Pupils of differing language backgrounds in a Dutch-language Brussels school experience many difficulties in the face of monolingual policy, which may be both eased and compounded by the use of a home language, a study has found.
In spite of a nominally strict monolingual policy, with students often penalised for using their home language, certain teachers tried to foster a more relaxed and less pressured environment, where students could use languages other than Dutch in certain situations.
Jürgen Jaspers observed a mixed-sex class with lower-middle and working class students aged 13 to 16. The students were of various ethnicities and spoke languages other than Dutch in their homes.
Their Dutch skills were limited and they faced linguistic challenges daily, never truly relaxed in the face of the school’s frequently unrealistic language expectations.
One teacher, called Mr. S in the study, attempted to incorporate the myriad of languages of the pupils into his classes. He sang a multilingual welcoming song before his classes, used fragments of pupils’ home languages for humour and was willing to turn a blind eye to the infringement of school rules on language.
His approach was deemed by Jaspers to be encouraging for several students, helping to ease their feelings of linguistic incompetence.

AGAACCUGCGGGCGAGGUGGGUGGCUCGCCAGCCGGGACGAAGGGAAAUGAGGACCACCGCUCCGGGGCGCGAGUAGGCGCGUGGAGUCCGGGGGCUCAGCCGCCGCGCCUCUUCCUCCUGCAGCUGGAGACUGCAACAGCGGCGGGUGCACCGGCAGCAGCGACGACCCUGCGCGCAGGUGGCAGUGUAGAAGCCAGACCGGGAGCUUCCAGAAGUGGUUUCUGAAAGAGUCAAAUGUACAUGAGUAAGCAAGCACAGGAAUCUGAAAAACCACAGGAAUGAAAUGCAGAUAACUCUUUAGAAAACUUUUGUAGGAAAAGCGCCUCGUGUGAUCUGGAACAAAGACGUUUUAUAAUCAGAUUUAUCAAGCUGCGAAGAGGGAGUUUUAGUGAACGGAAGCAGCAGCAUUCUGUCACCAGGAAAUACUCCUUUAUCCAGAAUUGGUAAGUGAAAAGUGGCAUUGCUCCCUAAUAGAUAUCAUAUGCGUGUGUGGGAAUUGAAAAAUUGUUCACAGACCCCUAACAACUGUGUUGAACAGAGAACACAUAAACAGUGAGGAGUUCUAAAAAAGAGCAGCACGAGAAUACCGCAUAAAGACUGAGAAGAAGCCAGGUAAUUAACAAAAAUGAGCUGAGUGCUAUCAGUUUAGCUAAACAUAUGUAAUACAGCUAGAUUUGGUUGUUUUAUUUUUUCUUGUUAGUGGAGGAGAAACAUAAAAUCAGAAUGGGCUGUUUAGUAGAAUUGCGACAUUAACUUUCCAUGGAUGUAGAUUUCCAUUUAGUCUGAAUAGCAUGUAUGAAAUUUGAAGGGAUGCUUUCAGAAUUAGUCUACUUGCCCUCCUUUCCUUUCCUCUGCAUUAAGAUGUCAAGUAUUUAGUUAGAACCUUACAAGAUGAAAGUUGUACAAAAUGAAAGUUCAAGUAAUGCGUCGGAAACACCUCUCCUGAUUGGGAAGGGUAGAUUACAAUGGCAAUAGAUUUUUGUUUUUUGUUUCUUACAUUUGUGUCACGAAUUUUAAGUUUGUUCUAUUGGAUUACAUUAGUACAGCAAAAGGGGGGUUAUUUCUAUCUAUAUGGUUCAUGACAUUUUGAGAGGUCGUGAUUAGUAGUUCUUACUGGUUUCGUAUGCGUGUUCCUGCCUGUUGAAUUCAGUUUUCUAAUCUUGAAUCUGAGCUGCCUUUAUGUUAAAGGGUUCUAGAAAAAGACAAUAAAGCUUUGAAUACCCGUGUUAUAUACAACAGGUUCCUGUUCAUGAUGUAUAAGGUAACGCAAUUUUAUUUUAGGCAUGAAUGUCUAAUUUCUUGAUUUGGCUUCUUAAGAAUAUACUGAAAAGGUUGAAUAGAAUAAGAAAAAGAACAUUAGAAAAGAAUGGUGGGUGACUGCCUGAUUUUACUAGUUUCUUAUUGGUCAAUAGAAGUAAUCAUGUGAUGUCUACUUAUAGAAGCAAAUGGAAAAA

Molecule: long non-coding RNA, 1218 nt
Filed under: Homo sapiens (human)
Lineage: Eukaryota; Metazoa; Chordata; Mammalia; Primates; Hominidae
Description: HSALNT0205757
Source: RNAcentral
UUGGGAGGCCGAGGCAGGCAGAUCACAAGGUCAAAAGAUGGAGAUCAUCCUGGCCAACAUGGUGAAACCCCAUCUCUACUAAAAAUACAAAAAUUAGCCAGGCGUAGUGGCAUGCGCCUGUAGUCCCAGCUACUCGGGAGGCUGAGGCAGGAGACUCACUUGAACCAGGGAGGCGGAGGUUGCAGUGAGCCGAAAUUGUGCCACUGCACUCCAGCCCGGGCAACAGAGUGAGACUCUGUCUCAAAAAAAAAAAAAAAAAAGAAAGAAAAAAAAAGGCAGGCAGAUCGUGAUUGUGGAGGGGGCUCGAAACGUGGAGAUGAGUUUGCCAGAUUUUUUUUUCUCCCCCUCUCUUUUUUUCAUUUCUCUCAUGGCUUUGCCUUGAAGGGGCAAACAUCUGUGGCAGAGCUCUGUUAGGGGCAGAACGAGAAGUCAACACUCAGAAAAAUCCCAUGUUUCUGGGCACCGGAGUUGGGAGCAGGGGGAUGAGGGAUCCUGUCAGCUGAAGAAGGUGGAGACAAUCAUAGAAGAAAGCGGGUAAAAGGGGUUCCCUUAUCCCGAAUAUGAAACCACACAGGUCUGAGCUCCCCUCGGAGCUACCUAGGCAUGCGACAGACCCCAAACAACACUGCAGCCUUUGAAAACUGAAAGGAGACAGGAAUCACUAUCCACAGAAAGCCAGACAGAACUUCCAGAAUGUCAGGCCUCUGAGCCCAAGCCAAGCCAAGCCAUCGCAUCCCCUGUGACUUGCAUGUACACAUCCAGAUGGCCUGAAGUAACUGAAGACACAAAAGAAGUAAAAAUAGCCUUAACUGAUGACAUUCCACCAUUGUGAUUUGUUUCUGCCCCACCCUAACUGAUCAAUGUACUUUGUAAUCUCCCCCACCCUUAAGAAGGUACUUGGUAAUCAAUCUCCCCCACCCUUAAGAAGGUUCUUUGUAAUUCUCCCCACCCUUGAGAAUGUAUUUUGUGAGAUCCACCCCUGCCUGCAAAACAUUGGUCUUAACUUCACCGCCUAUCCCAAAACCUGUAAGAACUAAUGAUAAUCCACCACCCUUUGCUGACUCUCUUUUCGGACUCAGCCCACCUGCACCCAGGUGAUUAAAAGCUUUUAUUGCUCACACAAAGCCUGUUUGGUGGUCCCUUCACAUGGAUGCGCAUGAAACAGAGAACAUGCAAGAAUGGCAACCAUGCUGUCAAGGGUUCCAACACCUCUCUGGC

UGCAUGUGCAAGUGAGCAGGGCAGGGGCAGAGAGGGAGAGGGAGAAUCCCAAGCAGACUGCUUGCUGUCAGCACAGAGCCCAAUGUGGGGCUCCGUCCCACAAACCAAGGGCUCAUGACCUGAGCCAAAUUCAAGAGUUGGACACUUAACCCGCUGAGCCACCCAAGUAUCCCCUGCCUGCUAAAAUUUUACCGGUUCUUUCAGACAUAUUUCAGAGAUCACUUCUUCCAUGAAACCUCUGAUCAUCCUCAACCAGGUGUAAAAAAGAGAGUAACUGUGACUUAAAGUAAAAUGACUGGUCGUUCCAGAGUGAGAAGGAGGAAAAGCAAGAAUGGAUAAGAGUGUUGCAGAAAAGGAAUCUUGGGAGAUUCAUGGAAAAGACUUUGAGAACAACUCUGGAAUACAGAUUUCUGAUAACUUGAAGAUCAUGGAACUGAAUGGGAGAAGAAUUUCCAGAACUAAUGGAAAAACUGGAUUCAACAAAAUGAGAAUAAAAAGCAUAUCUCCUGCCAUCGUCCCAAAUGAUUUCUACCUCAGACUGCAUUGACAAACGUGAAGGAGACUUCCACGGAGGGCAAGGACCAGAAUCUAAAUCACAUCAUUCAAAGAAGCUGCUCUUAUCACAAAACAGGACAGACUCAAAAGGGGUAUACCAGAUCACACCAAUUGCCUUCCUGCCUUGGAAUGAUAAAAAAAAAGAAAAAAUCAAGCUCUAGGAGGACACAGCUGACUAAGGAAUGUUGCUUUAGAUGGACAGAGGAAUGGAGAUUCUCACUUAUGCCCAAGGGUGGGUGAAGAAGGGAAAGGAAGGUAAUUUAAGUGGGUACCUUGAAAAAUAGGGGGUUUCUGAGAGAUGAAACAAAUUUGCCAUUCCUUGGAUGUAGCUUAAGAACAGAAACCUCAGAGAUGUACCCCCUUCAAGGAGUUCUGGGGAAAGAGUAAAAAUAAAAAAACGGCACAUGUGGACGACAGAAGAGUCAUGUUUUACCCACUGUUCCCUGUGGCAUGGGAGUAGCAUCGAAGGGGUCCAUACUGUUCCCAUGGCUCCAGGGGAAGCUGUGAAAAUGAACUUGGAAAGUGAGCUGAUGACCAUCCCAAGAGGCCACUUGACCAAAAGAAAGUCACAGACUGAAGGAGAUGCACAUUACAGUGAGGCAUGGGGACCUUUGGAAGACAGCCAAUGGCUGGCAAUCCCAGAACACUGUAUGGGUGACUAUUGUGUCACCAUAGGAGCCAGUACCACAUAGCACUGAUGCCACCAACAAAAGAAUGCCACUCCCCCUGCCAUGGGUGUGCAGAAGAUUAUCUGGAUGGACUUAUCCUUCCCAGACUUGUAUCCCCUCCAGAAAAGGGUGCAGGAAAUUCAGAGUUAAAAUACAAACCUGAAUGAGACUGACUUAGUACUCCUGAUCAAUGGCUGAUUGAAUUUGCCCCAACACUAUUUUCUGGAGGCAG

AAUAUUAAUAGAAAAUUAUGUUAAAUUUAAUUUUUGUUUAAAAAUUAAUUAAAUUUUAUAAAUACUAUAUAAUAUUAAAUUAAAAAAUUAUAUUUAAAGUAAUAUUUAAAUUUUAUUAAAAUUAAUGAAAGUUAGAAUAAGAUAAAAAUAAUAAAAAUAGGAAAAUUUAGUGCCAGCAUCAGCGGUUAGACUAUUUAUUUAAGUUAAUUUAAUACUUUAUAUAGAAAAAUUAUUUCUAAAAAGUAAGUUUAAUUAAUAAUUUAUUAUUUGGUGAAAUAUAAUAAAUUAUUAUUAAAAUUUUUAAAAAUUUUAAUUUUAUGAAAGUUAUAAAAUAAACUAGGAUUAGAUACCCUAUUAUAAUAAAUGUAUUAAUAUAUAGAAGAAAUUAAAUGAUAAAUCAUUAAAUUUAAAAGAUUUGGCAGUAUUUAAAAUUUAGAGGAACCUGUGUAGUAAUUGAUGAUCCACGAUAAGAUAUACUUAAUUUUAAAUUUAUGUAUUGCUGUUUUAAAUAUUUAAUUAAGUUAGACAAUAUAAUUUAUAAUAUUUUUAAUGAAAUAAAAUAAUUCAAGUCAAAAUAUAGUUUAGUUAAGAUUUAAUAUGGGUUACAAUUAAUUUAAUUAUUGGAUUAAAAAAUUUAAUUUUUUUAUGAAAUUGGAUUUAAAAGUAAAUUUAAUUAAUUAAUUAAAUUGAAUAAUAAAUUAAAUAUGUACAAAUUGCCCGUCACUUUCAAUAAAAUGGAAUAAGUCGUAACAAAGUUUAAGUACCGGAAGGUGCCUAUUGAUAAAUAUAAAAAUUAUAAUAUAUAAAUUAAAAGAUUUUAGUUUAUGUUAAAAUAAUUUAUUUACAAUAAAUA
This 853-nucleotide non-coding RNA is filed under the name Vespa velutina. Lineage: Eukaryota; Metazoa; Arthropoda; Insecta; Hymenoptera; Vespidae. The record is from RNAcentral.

Although Mr. S seemed to take a relaxed approach to the school’s policy, he was, in fact, the strictest when it came to imposing Dutch on the students. He embodied the clash between school policy and reality.
A pattern emerged in the way in which multilingual “bridges” occurred, in between classes and when social trouble arose. Jaspers posits that pupils were socialized into recognizing what types of language were acceptable, when and by whom – recognizing Dutch as the more “serious” language and their home language as more marginal.
Though the linguistic mixing of Mr. S may in some ways be seen to perpetuate the social disadvantage faced by many of these pupils, his successful fostering of a positive learning climate demonstrates the importance of negotiating such a socially and linguistically complex environment.
Andrew Leahy and Camilla Egan
Jaspers, Jurgen (2015) Modelling linguistic diversity at school: the excluding impact of inclusive multilingualism. Language Policy 14: 109–129. DOI 10.1007/s10993-014-9332-0